Oh dear, how the poor man was soiled by such goings-on (Kingsley thought those “vulgar” gags from Joseph Rolley and Edward Gallagher were “some of the best war jokes that have been squeezed from the late unpleasantness”). In Los Angeles, it opened to a packed house, and Kingsley enjoyed it:
Richard Bold sang some nice little love ditties, Dolly Best danced, Kitty Kelly and the other thirty-two girls looked, and on the whole it was a pleasant little evening. Nothing musical enough to make the late Patti haunt anybody for spite, nothing epigrammatic enough to cause Oscar Wilde to get wild, but bright and snappy, tuneful, well-costumed and well-girled enough to make it worth anybody’s while to leave home for an evening.
Frivolities continued on to Sacramento in August, where Myra D. Steele neatly summarized the “merry concoction”: “There were girls, songs, girls, comedy, girls, dancing, girls, scenery and more girls.”
The tour ended soon after that. According to film historian David Kiehn, Anderson lost money on his shows. In 1922 he founded the Amalgamated Producing film company but it went out of business in 1923. He moved to San Francisco and lived a quiet life there until 1942, then he followed his daughter Maxine (a casting agent) to Los Angeles. In 1958 he got a special Oscar for his early work in the film industry. In 1964 he went to live at the Motion Picture Country House in Woodland Hills and he died in 1970.
Kingsley also enjoyed a comedy this week, with one complaint: “The screen neglects to ascribe any authorship to A Desperate Hero, which is a pity, for the story is well worth the labeling…The subtitles to A Desperate Hero are unusually clever, full of the right sort of pep and carry the plot forward on ripple of laughter. Again we aver that the author’s name should be flickered at least once on the film.”
A sad story is hiding here. The writer of this now lost film was Zelda Crosby. She wrote one more screenplay, Wedding Bells, for Constance Talmadge. She died by suicide in June of the following year. At the time Variety lumped her death in with other scandals that happened in 1921: “it is reported that one of the big men in the industry was responsible in a measure for her taking an overdose of veronal* which caused her death. The chances are that the result of the investigation will bring to light the name of the man and also that there is no legal procedure under which action can be brought against him, but the fact remains that this scandal will add additional fuel to the already roaring blaze sweeping the world against the entire industry.”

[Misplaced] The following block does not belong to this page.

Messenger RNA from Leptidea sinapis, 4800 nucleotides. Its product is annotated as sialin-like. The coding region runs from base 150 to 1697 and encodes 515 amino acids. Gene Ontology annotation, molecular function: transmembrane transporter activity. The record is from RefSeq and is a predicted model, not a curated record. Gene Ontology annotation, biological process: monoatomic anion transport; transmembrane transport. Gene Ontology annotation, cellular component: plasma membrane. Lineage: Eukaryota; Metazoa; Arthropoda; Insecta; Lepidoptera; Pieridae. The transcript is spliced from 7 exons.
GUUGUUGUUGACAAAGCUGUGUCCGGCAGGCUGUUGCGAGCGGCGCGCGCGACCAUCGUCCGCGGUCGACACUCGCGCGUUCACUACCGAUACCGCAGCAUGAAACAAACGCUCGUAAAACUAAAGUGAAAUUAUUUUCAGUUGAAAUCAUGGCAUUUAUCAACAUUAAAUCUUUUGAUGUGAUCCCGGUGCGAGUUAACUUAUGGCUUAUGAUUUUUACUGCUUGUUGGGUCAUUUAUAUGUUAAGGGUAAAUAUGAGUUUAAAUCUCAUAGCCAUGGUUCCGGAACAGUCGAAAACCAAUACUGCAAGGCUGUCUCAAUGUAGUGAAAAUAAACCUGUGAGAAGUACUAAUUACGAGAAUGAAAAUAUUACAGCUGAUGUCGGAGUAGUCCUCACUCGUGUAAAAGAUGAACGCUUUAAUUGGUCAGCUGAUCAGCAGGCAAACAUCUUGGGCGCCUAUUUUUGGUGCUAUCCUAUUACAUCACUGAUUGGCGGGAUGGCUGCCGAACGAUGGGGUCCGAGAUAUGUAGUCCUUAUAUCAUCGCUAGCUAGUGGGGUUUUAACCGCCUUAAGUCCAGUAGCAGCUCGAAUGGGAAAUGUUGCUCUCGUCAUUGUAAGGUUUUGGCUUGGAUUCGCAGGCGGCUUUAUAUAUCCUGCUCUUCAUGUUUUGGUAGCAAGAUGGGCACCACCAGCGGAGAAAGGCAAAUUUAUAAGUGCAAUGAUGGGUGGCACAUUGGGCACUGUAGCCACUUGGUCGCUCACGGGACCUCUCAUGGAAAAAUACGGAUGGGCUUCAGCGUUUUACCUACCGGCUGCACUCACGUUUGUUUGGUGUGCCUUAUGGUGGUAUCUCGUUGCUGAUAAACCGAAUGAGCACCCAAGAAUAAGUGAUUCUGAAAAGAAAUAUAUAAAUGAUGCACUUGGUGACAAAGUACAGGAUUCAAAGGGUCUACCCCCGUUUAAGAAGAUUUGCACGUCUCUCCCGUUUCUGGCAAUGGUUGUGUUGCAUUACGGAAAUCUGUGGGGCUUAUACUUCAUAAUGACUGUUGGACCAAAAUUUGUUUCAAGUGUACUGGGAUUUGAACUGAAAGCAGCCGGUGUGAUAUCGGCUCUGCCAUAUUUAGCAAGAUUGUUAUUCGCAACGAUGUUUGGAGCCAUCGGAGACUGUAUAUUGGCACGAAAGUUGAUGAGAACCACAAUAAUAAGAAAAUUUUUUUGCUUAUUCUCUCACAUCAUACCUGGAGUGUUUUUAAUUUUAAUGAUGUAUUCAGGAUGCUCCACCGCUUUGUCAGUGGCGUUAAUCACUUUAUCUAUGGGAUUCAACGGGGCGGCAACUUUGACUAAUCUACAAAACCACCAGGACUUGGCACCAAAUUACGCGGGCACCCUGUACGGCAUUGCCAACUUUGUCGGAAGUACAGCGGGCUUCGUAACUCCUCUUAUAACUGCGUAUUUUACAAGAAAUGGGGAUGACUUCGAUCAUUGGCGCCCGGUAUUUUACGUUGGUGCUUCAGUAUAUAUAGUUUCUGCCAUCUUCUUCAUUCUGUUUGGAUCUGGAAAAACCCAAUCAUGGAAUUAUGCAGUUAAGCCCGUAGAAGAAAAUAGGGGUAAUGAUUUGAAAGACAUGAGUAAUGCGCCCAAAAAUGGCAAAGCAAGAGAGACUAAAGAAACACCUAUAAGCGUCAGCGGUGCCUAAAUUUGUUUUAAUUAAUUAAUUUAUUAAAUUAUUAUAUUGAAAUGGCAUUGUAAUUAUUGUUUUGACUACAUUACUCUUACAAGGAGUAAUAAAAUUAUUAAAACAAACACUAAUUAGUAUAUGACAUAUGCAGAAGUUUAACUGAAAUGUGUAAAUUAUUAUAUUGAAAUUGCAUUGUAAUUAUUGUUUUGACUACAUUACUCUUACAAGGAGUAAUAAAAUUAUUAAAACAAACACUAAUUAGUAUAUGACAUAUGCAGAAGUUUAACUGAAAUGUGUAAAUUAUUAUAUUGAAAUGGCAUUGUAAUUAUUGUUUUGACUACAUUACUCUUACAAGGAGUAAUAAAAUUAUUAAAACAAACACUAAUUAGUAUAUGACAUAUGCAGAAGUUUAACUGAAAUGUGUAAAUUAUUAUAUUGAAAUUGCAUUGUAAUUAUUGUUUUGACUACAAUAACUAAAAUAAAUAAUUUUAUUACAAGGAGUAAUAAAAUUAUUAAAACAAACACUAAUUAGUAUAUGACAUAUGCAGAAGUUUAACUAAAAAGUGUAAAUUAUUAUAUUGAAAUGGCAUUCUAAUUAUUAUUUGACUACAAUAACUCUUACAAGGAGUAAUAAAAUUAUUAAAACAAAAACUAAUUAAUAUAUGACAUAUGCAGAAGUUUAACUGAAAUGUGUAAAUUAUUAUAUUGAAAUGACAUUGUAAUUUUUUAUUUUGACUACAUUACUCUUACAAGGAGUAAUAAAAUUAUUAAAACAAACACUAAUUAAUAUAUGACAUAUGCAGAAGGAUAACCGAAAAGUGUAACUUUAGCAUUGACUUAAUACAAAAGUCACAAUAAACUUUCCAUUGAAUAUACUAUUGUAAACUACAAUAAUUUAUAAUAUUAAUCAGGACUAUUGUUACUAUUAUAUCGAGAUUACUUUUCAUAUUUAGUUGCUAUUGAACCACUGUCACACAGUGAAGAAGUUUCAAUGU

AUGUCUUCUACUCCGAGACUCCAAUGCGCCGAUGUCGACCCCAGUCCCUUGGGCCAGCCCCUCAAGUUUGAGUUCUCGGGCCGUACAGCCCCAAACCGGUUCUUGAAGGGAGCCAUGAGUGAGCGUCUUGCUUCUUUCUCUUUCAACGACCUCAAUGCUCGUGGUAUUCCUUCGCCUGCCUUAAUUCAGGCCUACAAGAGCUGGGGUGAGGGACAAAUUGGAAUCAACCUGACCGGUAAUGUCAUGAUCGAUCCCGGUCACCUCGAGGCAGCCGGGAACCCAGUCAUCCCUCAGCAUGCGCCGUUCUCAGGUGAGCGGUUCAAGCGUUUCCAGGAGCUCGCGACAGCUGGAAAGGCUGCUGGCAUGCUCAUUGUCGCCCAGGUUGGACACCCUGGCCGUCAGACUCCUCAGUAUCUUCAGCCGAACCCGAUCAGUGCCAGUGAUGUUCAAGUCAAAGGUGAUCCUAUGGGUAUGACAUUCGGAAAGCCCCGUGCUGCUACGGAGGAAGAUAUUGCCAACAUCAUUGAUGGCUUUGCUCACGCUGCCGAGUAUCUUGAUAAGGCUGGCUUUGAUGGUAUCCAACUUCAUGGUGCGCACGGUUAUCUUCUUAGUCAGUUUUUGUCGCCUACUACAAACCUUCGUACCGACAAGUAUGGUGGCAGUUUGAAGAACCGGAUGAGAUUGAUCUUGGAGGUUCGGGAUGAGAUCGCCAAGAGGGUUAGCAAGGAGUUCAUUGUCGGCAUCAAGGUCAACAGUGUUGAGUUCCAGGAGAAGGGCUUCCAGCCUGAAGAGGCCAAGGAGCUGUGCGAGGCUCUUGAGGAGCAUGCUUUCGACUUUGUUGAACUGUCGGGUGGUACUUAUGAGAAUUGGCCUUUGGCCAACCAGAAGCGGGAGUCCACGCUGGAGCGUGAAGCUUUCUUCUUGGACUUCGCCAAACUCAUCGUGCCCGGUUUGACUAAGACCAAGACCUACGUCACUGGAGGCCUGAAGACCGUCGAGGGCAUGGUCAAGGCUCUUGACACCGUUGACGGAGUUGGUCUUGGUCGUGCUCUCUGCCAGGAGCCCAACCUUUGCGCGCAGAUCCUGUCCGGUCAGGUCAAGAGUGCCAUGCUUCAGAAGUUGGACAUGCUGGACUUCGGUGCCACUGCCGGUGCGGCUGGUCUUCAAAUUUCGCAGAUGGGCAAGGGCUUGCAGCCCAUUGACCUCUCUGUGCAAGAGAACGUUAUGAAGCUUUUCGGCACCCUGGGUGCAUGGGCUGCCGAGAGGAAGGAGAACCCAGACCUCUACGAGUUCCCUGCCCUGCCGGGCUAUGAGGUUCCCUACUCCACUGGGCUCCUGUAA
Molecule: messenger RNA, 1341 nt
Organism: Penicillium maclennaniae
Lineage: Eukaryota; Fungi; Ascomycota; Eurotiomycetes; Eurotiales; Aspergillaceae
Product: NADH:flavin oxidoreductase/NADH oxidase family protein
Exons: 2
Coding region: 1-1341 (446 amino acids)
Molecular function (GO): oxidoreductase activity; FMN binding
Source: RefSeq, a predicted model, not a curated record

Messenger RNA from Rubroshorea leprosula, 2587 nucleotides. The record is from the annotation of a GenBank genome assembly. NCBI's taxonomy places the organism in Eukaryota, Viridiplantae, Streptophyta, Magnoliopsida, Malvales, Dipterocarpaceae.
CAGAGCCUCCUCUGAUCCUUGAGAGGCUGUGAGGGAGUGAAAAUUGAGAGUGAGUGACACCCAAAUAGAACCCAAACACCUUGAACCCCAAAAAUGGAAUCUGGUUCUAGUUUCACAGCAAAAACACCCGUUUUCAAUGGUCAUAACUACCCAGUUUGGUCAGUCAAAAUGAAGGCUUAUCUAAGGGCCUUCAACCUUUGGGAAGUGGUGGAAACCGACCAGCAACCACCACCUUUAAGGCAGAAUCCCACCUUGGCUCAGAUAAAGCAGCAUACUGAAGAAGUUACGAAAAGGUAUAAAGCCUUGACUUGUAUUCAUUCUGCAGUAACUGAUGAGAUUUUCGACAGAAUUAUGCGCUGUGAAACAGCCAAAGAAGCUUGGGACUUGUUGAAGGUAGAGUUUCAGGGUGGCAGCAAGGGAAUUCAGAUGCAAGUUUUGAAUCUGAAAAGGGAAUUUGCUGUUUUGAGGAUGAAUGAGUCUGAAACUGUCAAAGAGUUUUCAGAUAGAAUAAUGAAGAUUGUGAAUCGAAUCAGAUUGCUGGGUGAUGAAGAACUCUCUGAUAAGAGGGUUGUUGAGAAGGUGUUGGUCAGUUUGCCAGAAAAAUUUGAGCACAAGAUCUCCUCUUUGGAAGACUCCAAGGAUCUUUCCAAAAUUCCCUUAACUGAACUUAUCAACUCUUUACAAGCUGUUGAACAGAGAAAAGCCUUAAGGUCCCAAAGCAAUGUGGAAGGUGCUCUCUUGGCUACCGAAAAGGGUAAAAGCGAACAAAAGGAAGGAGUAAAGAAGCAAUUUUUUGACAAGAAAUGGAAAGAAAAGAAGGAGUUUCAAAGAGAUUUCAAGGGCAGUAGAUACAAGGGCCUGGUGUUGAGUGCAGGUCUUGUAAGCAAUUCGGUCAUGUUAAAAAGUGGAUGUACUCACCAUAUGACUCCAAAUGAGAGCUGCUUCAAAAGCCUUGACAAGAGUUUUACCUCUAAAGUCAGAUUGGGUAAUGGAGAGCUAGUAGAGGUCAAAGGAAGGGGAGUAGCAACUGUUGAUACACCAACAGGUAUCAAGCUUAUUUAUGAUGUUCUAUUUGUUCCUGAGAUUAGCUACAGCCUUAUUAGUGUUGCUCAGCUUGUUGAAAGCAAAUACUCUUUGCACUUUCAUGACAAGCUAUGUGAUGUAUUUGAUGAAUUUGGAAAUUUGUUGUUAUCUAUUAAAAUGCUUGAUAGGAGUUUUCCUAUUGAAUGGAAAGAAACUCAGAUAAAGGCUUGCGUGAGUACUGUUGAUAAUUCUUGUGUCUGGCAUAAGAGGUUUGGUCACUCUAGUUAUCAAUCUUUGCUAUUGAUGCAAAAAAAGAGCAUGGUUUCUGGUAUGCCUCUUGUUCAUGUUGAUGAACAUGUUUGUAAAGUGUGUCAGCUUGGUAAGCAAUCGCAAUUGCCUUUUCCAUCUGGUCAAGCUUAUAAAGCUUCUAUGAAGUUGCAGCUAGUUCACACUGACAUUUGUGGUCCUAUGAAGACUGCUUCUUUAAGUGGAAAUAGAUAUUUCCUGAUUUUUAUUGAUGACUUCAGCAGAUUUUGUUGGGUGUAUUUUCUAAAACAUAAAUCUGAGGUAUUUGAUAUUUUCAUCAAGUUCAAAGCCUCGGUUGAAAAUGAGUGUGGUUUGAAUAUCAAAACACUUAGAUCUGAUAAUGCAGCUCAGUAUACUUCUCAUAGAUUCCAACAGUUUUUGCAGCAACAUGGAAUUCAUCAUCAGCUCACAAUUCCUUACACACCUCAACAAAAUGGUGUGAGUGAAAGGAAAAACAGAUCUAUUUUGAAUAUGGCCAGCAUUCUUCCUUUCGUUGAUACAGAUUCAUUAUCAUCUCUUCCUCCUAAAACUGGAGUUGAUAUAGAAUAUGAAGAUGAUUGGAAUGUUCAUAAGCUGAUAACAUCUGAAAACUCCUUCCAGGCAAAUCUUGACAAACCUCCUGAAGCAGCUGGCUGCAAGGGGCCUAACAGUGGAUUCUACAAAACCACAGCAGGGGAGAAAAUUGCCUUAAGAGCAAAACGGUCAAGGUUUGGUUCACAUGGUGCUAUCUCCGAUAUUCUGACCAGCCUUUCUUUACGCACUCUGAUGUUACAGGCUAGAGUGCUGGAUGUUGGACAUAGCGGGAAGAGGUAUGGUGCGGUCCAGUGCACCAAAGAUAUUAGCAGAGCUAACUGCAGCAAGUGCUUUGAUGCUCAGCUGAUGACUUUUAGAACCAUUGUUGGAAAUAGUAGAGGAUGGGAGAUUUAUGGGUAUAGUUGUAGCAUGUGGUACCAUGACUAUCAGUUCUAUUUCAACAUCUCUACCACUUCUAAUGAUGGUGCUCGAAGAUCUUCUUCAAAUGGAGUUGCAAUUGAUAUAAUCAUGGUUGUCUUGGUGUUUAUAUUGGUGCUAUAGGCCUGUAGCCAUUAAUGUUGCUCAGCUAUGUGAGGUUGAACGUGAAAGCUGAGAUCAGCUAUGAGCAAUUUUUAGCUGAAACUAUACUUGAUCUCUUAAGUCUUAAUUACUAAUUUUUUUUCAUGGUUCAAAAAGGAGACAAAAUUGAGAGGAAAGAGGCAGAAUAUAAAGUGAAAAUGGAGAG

That investigation by the New York Medical Examiner, Dr. Charles Norris, found that her death was a suicide after her mother produced a letter. It wasn’t made public, but Norris said in a statement: “the letter clearly indicated that the daughter was despondent and in ill health and was about to take her life. I am satisfied that she committed suicide.” No film executive’s name was mentioned, and after the examiner’s statement other stories distracted the press. Zelda Schuster Crosby was allowed to rest in peace. Poor Zelda. At least Grace Kingsley admired your work.
*Veronal was the brand name of a barbiturate used as a sleep aid.
Broncho Billy Anderson:
David Kiehn, Broncho Billy and the Essanay Film Company, 2003.
“Frivolities of 1920 Opens and Scores After Many Mishaps,” New York Clipper, January 14, 1920, p.25
Myra D. Steele, “Girls, Dancing Feature Show,” Sacramento Union, August 16, 1920.
Alexander Woolcott, “The Broncho Billy Follies,” New York Times, January 9, 1920.
Harry Carr, “Maude Adams in Picture,” Los Angeles Times, August 28, 1921.
“Finds Miss Crosby Committed Suicide, ”San Francisco Chronicle, September 22, 1921.”
“N.Y. Film Love Victim’s Name Is Disclosed,” New York Times, September 22, 1921.
“World-Wide Condemnation of Pictures as Aftermath of Arbuckle Affair,” Variety, September 23, 1921, p. 46.